Film Sample###T (%)###T (%)###T (%)###R (%)###B-R###R-FR

###UV###PAR###NIR###NIR

###P1###3.18###45.04###46.75###25.76###0.73###0.96

###P2###2.79###50.59###70.47###9.22###0.72###0.91

###P3###5.56###42.17###56.43###7.86###0.43###0.85

Greenhouses: Three identical greenhouses (Fig. 3) were built; each with an area of 48 m2, oriented in a N-S direction and with wet-pad and fan cooling system. The greenhouses were located at the Educational Farm, King Saud University (Riyadh, Saudi Arabia, 46o 47' E, longitude and 24o 39' N, latitude) during winter and spring season 2012/2013.

Plant materials: Cucumber seeds (Cucumis sativus L. cv. Sovana F1, Rijk Zwaan; The Netherlands) were sown on 15 February 2013 in Jiffy 7 pellets in controlled environment (24oC 1day/18oC 1) night temperatures. On 1 March 2013 (at three true-leaf stage), seedlings were transplanted in the three greenhouses into 30 cm diameter pot containing a mixture of peat, sand and vermiculite (1:1:1) w/w. Fertilization and other cultural practices were applied as recommended in commercial cucumber production.

Data recoded: Fifteen days after transplanting, three plants from each greenhouse were randomly selected at 15 days interval for the measurement of growth traits. Vegetative growth parameters (number of leaves, leaf area, plant height, leaves fresh and dry weight, stem fresh and dry weight and stem diameter per plant) were measured. Fruit and yield traits (Fruit number, length and dry weight, total dry biomass and total yield) were recorded at each harvest time. Plant parts were chopped into small pieces to enable drying. They were oven dried at 80 oC to a constant weight and then oven dry weight of stem along with leaf was recorded. The average of the three plants was then used to determine the growth indices reported in Table 2 according to equations reported in (Hunt1982; Tedeschi et al., 2011). As reported by Matsuda et al., (2011). CGR was computed from shoot DW, leaf DW and harvested fruits between two harvesting dates.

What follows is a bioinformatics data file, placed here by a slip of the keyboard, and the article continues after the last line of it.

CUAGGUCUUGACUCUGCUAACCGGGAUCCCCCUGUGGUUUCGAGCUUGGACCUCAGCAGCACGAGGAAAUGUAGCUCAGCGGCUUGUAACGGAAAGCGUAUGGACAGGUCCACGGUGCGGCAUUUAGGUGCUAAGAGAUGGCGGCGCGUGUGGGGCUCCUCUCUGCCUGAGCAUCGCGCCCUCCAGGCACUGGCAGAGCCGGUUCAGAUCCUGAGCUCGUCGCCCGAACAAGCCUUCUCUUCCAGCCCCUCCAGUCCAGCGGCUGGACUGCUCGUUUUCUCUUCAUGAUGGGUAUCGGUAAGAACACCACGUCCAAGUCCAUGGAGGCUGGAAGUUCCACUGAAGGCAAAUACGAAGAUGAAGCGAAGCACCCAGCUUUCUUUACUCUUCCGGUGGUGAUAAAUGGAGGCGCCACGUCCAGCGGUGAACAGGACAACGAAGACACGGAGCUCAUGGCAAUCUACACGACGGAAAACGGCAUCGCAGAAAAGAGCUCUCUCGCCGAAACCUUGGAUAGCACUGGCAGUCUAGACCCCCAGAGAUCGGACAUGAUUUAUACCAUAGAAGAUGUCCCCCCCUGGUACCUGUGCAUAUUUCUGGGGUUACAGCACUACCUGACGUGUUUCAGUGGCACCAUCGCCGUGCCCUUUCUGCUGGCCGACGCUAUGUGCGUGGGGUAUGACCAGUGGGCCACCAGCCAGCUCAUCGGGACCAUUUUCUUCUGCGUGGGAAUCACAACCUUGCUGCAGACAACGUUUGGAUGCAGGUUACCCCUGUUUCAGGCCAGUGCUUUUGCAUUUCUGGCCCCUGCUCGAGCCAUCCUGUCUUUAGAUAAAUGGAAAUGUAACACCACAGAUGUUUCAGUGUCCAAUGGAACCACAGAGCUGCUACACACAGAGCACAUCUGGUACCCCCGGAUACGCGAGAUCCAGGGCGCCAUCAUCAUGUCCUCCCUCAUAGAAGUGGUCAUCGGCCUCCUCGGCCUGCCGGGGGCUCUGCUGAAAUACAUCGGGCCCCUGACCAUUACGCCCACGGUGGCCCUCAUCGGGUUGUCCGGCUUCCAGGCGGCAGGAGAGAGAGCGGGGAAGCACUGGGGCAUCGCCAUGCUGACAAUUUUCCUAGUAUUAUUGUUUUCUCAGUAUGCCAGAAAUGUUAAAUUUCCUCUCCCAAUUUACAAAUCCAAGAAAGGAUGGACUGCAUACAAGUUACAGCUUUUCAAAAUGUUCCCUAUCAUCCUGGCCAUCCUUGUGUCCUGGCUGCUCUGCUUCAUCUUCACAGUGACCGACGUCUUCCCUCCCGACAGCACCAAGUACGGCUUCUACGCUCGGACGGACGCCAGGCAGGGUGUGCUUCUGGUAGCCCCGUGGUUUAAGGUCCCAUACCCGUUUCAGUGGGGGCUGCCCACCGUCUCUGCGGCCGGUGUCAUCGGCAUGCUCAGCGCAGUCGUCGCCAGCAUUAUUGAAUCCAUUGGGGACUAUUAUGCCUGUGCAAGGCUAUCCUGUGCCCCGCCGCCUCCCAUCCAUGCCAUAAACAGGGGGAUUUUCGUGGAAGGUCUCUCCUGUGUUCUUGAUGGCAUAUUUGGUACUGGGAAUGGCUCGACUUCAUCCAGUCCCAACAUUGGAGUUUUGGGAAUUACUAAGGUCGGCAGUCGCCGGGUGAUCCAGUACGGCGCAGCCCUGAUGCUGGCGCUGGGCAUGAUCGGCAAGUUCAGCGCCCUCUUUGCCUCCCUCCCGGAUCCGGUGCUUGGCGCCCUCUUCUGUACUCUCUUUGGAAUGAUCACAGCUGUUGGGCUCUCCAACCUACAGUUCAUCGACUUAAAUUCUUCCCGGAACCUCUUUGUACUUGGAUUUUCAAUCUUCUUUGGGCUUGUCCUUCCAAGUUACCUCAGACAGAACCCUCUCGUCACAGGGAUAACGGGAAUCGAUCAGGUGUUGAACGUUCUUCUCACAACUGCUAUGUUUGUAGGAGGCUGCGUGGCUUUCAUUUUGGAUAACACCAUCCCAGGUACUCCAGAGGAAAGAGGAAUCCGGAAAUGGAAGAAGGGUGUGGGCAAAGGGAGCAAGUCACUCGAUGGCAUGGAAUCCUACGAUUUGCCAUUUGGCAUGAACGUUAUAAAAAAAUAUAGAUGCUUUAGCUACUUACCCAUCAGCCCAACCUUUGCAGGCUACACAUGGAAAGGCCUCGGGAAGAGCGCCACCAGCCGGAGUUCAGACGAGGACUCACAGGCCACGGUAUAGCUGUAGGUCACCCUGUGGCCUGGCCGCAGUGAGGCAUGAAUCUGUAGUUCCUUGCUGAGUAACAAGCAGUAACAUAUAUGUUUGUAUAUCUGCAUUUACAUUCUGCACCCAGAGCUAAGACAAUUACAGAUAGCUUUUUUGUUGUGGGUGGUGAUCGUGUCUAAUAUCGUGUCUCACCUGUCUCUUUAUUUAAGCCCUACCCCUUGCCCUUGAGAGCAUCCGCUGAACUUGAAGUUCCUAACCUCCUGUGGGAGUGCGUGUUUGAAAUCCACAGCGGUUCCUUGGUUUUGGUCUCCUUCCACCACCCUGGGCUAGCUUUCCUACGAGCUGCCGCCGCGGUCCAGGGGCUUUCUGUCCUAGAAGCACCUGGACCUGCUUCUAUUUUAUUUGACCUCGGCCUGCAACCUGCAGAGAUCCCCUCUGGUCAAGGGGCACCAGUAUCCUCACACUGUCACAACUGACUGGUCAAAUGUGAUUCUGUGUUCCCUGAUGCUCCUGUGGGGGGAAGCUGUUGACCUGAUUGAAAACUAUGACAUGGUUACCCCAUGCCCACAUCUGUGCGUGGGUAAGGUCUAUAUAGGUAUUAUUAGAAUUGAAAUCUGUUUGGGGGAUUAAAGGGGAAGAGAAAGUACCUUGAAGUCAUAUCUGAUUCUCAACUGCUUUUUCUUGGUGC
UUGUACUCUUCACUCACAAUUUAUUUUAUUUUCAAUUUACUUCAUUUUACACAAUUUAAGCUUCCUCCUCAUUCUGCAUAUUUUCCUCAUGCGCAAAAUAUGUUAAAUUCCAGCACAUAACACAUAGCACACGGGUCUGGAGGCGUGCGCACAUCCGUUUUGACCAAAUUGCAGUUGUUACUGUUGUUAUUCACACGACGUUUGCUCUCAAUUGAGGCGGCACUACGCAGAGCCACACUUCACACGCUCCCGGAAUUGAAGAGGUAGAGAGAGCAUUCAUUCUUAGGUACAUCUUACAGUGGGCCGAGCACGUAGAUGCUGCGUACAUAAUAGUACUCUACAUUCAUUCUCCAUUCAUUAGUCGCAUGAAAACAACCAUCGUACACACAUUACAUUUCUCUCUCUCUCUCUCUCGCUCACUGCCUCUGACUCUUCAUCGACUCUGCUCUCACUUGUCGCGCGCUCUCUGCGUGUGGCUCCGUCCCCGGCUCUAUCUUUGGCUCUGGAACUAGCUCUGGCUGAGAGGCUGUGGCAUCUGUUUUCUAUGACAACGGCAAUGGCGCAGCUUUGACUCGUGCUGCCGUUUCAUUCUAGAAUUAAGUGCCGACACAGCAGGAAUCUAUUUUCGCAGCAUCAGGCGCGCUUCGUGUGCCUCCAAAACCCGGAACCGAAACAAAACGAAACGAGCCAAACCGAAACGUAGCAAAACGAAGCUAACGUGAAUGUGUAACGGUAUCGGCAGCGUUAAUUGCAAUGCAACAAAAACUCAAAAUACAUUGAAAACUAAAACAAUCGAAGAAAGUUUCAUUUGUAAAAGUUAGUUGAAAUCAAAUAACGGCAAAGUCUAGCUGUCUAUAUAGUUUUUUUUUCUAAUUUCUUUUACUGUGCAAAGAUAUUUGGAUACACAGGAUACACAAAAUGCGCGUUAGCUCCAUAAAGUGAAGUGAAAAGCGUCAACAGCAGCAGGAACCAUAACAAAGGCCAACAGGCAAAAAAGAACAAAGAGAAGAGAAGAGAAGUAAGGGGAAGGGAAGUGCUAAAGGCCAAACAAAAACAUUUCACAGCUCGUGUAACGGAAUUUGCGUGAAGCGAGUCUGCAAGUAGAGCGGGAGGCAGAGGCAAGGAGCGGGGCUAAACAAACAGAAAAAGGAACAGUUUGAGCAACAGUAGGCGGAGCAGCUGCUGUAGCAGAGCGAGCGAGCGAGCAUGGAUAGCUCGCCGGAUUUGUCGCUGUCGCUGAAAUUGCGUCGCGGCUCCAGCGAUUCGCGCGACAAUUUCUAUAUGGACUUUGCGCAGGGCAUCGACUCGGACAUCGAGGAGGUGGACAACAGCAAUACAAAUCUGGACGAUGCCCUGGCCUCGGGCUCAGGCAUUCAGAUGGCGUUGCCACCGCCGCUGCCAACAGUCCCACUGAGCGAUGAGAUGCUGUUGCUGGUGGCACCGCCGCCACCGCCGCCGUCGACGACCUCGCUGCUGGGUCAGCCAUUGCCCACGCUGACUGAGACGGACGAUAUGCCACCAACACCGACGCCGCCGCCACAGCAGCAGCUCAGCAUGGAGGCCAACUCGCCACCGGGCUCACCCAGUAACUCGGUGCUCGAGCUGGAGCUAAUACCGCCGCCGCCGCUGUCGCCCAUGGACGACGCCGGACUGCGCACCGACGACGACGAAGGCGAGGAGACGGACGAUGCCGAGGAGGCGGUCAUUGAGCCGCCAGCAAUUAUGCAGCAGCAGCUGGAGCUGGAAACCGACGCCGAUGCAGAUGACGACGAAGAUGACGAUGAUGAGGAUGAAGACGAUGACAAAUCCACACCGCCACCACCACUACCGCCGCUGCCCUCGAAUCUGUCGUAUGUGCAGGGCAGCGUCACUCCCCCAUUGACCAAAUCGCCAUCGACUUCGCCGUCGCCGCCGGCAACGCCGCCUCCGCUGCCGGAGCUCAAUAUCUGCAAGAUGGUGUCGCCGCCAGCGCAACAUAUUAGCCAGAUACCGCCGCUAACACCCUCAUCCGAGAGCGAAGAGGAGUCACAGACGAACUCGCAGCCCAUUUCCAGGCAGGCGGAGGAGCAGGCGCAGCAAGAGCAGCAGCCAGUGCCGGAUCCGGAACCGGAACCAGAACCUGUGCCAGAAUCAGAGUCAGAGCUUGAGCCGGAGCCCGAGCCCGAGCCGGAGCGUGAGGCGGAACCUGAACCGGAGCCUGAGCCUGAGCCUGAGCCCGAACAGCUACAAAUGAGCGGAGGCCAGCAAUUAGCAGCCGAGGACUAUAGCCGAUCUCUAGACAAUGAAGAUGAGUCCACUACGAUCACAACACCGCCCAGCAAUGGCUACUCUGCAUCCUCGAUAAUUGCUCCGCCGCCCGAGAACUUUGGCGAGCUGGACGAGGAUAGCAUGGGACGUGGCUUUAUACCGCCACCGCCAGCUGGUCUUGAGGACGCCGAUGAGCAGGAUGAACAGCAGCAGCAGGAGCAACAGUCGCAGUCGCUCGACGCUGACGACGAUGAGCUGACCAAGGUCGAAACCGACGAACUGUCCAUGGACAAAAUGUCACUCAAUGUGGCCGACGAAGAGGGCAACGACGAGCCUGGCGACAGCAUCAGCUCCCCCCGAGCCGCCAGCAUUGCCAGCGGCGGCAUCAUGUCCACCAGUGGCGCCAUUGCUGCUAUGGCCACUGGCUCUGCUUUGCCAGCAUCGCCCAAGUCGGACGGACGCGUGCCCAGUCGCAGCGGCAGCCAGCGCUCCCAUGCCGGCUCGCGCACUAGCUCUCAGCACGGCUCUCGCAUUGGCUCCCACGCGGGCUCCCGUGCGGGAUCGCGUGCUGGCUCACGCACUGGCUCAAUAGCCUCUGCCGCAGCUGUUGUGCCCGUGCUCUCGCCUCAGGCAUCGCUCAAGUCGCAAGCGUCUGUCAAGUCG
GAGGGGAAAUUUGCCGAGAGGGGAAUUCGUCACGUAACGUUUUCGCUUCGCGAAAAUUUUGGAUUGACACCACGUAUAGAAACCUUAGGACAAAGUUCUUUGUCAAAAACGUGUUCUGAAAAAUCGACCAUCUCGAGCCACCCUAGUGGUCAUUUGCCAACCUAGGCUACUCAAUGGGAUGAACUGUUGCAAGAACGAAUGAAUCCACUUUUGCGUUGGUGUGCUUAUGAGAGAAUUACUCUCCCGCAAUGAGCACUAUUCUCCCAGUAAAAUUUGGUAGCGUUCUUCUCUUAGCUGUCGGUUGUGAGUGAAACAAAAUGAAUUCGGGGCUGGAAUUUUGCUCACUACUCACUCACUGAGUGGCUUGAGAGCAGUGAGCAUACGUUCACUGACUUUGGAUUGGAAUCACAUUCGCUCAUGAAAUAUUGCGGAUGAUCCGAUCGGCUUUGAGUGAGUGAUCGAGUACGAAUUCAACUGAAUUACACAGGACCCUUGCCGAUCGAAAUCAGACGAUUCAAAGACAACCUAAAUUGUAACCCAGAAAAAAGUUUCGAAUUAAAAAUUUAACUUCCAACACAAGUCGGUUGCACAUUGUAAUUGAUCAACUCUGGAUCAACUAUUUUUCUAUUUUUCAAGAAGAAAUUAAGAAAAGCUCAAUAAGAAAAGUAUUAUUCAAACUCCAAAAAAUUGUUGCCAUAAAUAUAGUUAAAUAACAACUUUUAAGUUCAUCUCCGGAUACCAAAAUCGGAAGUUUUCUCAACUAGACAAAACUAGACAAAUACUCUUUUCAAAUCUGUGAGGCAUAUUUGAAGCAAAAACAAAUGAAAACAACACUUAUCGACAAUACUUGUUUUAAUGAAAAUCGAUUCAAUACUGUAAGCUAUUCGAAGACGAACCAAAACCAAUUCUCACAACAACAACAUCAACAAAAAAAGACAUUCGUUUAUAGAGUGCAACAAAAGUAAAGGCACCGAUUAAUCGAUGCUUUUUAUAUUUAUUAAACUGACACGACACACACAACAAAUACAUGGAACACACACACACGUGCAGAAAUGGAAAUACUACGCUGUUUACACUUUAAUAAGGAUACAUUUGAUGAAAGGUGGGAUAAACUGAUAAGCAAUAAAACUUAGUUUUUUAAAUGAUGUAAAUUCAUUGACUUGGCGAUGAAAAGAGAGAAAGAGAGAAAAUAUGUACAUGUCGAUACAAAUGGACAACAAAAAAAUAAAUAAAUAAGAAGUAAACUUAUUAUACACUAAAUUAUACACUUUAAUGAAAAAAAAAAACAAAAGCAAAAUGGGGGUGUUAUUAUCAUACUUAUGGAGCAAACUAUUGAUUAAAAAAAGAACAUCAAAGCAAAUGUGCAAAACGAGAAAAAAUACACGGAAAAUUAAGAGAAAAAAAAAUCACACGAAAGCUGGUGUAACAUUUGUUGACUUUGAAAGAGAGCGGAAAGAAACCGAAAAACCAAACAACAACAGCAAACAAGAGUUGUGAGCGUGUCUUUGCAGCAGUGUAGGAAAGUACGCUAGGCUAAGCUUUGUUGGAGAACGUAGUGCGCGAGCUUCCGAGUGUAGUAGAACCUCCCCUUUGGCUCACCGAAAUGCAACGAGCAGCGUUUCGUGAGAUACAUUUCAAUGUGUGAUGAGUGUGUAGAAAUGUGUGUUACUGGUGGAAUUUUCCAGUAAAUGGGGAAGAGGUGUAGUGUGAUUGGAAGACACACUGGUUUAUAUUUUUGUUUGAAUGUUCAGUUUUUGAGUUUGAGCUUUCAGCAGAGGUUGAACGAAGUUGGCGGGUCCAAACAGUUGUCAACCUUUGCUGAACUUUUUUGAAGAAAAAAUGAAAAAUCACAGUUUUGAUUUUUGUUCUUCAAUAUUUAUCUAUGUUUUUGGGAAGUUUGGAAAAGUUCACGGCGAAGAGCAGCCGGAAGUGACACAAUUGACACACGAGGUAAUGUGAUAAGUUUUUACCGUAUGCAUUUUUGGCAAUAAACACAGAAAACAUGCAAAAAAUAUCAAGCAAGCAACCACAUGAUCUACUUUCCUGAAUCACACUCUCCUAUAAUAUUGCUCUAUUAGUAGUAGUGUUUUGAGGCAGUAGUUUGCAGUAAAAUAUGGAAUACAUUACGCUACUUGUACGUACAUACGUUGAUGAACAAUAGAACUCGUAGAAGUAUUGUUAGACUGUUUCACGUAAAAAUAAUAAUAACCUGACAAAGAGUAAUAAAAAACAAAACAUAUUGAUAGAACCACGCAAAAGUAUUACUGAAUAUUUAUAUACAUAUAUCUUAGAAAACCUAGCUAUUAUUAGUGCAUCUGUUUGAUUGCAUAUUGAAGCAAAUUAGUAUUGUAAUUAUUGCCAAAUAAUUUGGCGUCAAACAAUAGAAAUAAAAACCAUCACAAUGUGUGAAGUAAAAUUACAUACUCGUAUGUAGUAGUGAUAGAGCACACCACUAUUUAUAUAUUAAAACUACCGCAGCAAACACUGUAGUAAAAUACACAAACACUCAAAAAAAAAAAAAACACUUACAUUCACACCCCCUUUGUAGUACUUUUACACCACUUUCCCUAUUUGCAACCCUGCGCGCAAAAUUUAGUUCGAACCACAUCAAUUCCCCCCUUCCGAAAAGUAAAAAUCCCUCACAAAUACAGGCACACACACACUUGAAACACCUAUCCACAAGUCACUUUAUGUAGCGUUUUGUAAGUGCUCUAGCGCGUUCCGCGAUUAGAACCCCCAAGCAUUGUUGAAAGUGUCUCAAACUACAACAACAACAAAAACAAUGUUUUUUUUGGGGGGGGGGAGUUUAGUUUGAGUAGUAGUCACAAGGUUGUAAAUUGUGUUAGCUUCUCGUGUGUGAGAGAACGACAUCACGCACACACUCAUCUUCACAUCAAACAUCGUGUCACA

The environmental parameters were measured outside and inside the three greenhouses; recorded at 1-minute intervals, averaged every 10 minutes, and then every one hour and saved in a data logger (CR3000 Micrologger(r), Campbell Scientific Inc. These parameters were: (i) air temperatures (Fig. 4) and relative humidity (Fig. 5) inside and outside the greenhouses were measured using aspirated psychrometers, and (ii) global solar radiation flux by using CMP3 pyranometer (Kipp and Zonen, USA), The daily average (over 24-h period) of air temperature and relative humidity under P1, P2 and P3 covers were measured during the period from 25 to 85 days from transplanting. This period covered vegetative, flowering, and fruiting stages.

Experimental design and analysis: Randomized complete block design was applied with four replications. Each greenhouse was divided into 4 rows; distance between rows was 1 m, and the space between the containers in rows was 0.4 m. Plant density was 2.5 plants m-2. Analysis of variance and correlation coefficients were calculated using SAS version 8.1 computer program (SAS 2008).

Table 2. Growth parameters used in this study (symbols, formulas and the units). LA is the plant leaf area; p is the surface occupied by a plant; t is the time; LW is the leaf dry weight; SW is the stem dry weight; and W is the shoot dry weight

Definition###Symbol###Formula###Unit

Leaf area index###LAI###LA/P###-

Leaf area duration###LAD###tnt1 (LA1t1)###m2d

Leaf weight ratio###LWR###(LW2-LW1)A-(ln W2-ln W1)/(ln LW2-ln LW1)A-(W2-W1)###gg-1

Stem weight ratio###SWR###(SW2 - SW1)A-(ln W2 - ln W1)/(ln SW2 - ln SW1)A-(W2 - W1)###g g-1

Specific leaf area###SLA###(LA2 LA1) A- (ln LW2 ln LW1)/(ln LA2 ln LA1) A- (LW2 LW1)###cm2g-1

Leaf area ratio###LAR###(LA2 LA1) A- (ln W2 ln W1)/(ln LA2 ln LA1) A- (W2 W1)###cm2g-1

Unit leaf area###ULR###(ln LA2 ln LA1) A- (W2 W1)/(LA2 LA1) A- (t2 t1)###g m-2 d-1

Relative growth rate###RGR###(Ln W2 ln W1) / (t2 t1)###g g-1d-1

Crop growth rate###CGR###LAI x ULR###g m2 d-1

RESULTS